During this experience we have learned a lot, first and foremost we were introduced to topics related to climate change that were new to us. One of the workshops that we attended was related to climate justice & sexuality. At first it does not look directly related, and that is because it isn’t. However, indirectly climate change affects people with a different sexuality very much. The LGBTQA+ community is in some countries very marginalised, it is known that marginalised groups will feel the consequences of climate change the most. For example, the LGBTQA+ community is most likely one of the groups that will suffer unemployment because of climate change.
Apart from the workshops in the last few days we also were supposed to be part of a demonstration. However, the organizers of the camp had been informed that Greta Thunberg was in the Hambach Forest. The Hambach Forest is an ancient forest that is being destroyed for the purpose of expanding the lignite coal mine. To read more about this, please click here. The people that live there have been occupying the forest for five years. We walked from our camp to the Hambach Forest to meet Greta, the girl that with her voice has reached so many influential people and is still fighting for a better future. After we arrived at the forest, we were informed that meeting Greta was not possible, because of her safety, the people that live in the forest decided it was best if we did not come. It was a shame, but half of the group went on a day trip to Mannheim, the town just next to Hambach Forest, which is currently under the process of destruction/being torn down.
Back at the camp we had an afternoon ‘off’, so some of us went on a walk around the camping area. During this walk we came across a beautiful contradiction. While walking in a giant field of grass, we saw two wind turbines on our left, and on our right, we saw the Ruhrgebiet (the coal power plants). We stood still, just to take it in and to think about this view. Here we saw the so called ‘solution’ and the problem. It also gave us more motivation to talk, to think, and to get even more empowered. The camp came to an end, looking back we have learned a lot about different topics. We got to see what activism in action is in Germany, and we have met activists from all over Europe.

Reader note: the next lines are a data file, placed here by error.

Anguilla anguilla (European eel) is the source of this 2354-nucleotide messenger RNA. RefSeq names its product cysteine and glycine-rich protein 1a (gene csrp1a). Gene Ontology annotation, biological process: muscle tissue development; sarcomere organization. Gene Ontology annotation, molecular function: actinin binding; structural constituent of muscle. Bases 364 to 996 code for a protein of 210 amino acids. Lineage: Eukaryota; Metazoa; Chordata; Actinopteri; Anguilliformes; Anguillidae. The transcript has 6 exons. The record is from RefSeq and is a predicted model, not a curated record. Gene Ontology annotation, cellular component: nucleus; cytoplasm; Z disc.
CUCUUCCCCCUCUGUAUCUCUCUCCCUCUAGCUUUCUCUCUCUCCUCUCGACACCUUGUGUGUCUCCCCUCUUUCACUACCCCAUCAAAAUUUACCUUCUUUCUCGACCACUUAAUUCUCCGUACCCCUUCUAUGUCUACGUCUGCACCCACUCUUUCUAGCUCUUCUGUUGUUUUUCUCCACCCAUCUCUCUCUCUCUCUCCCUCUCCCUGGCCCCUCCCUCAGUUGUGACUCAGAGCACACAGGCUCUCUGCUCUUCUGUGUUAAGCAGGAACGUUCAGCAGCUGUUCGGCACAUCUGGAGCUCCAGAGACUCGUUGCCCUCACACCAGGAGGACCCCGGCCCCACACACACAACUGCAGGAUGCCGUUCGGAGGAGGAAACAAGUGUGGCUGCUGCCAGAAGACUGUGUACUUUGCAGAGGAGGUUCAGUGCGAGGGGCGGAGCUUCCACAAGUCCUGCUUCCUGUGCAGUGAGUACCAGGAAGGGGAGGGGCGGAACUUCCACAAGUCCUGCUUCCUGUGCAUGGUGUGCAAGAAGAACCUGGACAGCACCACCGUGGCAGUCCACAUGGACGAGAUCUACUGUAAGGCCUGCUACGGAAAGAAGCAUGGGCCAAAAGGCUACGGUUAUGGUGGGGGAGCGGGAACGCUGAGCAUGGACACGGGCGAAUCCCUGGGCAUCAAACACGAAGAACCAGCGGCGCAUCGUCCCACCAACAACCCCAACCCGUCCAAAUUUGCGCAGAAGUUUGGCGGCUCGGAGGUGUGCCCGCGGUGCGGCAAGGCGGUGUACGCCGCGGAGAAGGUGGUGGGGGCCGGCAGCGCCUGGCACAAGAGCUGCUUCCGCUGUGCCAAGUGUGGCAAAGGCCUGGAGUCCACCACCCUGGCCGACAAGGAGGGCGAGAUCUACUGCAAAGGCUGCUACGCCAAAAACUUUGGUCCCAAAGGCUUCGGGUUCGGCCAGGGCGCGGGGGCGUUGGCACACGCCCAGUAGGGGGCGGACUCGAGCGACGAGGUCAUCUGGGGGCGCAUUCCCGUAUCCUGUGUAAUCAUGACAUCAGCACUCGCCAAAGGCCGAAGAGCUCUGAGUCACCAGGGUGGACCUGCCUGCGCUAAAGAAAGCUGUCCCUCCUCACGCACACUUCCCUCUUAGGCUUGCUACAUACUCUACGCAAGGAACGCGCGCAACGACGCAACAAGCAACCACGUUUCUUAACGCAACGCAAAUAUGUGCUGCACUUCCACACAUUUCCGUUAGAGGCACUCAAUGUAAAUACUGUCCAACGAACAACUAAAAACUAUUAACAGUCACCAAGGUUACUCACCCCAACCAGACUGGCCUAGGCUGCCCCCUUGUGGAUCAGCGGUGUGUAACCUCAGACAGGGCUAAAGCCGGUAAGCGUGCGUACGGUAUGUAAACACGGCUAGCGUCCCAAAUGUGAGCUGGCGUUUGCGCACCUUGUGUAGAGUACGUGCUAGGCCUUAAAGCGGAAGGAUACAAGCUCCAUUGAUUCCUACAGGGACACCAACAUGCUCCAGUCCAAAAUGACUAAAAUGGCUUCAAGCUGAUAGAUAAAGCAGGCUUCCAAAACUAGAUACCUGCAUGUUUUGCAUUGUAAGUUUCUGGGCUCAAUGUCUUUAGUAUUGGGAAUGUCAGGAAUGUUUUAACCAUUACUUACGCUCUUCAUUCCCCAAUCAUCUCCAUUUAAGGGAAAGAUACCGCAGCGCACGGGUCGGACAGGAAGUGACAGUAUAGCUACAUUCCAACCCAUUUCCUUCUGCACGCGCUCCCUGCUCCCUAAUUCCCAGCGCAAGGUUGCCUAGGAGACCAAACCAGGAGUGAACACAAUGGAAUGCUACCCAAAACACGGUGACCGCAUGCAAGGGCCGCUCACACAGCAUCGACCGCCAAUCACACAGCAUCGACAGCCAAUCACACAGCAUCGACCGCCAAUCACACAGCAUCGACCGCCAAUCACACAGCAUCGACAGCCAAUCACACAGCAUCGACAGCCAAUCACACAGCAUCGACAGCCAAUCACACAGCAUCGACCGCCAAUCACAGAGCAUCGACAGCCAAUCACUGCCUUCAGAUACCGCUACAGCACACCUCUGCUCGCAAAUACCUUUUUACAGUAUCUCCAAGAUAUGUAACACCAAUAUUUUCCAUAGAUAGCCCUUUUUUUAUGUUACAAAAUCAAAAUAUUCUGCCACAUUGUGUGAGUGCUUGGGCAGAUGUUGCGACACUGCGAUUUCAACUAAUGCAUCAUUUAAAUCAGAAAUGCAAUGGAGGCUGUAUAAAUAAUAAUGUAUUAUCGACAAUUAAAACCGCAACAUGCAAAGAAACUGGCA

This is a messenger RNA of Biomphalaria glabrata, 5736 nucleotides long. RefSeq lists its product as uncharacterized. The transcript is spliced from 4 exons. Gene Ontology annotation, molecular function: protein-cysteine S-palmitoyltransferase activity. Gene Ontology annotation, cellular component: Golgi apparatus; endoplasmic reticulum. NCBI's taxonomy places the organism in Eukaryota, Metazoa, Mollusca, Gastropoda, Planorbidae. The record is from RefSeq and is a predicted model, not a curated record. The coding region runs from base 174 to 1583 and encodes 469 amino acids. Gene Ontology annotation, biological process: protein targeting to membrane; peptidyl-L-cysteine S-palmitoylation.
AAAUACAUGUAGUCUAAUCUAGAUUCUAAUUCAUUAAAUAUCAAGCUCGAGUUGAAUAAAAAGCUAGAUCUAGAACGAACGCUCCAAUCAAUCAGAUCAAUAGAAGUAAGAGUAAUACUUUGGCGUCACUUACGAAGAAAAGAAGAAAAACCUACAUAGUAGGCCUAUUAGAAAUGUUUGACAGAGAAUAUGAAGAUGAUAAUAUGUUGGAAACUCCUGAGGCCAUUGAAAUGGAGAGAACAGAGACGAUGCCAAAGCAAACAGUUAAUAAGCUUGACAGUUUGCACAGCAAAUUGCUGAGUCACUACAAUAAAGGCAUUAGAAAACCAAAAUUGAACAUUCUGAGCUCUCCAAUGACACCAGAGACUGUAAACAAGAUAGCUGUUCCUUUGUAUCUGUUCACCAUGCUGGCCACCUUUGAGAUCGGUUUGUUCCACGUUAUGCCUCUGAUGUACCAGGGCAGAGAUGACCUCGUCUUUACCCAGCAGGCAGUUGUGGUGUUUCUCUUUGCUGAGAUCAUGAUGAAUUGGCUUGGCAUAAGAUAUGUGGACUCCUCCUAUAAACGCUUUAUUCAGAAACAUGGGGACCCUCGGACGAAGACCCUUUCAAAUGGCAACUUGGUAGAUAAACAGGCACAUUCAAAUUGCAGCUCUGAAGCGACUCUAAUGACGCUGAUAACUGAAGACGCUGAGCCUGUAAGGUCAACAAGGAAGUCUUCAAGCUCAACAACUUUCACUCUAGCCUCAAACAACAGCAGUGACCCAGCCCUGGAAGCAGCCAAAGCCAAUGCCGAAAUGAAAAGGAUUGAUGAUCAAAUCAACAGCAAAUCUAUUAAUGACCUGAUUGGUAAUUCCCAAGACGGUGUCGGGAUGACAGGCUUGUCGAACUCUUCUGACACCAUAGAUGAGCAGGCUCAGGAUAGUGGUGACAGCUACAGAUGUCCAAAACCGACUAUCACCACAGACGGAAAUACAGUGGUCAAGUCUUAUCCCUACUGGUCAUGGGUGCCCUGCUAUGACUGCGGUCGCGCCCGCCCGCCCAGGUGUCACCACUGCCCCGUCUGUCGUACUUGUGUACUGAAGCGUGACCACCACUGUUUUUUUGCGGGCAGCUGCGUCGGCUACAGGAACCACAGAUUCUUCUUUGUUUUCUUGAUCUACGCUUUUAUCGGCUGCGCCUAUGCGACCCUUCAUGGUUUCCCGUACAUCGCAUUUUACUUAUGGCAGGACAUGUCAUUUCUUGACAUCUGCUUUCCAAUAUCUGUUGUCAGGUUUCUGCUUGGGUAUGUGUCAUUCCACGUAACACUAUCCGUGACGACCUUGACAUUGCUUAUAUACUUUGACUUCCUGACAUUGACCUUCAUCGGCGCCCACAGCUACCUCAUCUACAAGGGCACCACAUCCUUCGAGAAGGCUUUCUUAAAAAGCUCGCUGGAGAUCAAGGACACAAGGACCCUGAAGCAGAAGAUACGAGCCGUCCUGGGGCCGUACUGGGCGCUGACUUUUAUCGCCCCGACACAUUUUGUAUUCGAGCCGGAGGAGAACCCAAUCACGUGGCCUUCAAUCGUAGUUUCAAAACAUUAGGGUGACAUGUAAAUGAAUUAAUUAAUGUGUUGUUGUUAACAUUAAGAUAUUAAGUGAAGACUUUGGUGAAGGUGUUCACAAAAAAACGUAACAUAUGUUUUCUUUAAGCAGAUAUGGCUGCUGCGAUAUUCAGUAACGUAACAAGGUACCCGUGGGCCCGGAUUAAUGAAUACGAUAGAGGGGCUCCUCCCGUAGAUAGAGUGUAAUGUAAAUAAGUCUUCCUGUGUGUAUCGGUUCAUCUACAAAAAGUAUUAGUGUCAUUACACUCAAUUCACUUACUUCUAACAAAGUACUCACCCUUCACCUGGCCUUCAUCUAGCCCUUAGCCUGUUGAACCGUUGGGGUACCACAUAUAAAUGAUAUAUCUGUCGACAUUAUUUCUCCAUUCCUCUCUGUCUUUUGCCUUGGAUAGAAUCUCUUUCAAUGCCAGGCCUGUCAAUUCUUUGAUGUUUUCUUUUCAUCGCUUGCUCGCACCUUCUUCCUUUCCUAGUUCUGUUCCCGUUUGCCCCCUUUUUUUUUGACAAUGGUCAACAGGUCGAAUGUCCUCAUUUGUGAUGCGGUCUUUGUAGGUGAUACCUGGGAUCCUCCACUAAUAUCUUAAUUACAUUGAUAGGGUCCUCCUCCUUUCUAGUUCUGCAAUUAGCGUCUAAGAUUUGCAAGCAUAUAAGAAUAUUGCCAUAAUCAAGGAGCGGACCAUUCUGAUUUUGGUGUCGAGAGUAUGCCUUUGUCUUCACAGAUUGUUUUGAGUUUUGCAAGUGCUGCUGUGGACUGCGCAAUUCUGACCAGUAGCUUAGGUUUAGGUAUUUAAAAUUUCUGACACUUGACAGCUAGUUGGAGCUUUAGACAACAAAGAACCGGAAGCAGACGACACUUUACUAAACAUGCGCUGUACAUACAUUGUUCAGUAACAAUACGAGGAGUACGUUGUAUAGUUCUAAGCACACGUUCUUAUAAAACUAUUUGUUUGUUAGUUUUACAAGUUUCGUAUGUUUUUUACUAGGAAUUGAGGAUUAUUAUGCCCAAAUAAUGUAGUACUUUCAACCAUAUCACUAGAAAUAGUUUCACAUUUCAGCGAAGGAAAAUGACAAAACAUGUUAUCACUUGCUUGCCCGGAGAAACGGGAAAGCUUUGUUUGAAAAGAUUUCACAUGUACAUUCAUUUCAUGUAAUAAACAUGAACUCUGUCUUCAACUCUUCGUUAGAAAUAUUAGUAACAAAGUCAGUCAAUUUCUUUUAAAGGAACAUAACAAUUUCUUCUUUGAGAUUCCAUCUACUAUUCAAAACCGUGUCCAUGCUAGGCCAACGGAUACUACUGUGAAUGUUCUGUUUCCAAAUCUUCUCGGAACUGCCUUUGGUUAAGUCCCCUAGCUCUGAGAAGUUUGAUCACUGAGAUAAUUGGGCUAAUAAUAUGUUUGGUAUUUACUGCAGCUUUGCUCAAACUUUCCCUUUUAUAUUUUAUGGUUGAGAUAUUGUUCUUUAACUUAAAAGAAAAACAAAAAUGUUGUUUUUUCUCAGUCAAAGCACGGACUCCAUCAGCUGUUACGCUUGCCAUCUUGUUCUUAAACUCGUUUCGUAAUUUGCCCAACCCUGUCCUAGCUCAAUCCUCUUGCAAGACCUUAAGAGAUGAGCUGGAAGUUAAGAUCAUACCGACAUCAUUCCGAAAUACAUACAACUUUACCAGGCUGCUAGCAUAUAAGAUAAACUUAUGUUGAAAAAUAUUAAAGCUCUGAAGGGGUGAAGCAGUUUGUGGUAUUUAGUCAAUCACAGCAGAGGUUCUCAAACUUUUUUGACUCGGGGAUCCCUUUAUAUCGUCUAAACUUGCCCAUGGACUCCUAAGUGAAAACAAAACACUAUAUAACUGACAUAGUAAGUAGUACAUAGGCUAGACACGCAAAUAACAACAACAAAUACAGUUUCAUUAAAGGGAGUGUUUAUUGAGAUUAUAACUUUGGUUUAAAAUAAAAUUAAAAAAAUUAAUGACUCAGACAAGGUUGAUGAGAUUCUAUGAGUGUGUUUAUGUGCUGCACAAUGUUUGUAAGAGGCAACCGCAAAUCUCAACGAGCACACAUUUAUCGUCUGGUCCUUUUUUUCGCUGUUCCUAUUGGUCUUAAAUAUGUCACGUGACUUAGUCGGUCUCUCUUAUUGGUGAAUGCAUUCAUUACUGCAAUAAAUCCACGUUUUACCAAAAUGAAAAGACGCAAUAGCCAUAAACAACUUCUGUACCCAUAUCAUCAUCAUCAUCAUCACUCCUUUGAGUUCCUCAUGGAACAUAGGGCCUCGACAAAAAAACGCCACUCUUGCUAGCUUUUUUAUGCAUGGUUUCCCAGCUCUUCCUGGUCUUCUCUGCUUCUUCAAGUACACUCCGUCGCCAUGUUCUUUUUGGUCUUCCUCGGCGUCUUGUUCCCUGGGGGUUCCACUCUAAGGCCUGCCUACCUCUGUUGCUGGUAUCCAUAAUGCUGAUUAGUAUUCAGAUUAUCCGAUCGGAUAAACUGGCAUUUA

The most important thing that we can take away from this experience is that we are not alone in our battle, there are a lot of other young people that want to see and be the change. We have made friendships, we have been exposed to people from different contexts and have learned a lot from them. It was a good experience and one that has given us even more energy to carry on the fight against climate change.
The camp we attended was organised by Young Friends of the Earth Europe & BUNDjugend Nordrhein-Westfalen.
This grant is supported by the ‘Civil Society programme for Albania and Kosovo’, financed by the Norwegian Ministry of Foreign Affairs and managed by Kosovar Civil Society Foundation (KCSF) in partnership with Partners Albania for Change and Development (PA). The content and recommendations do not represent the official position of the Norwegian Ministry of Foreign Affairs and Kosovar Civil Society Foundation (KCSF).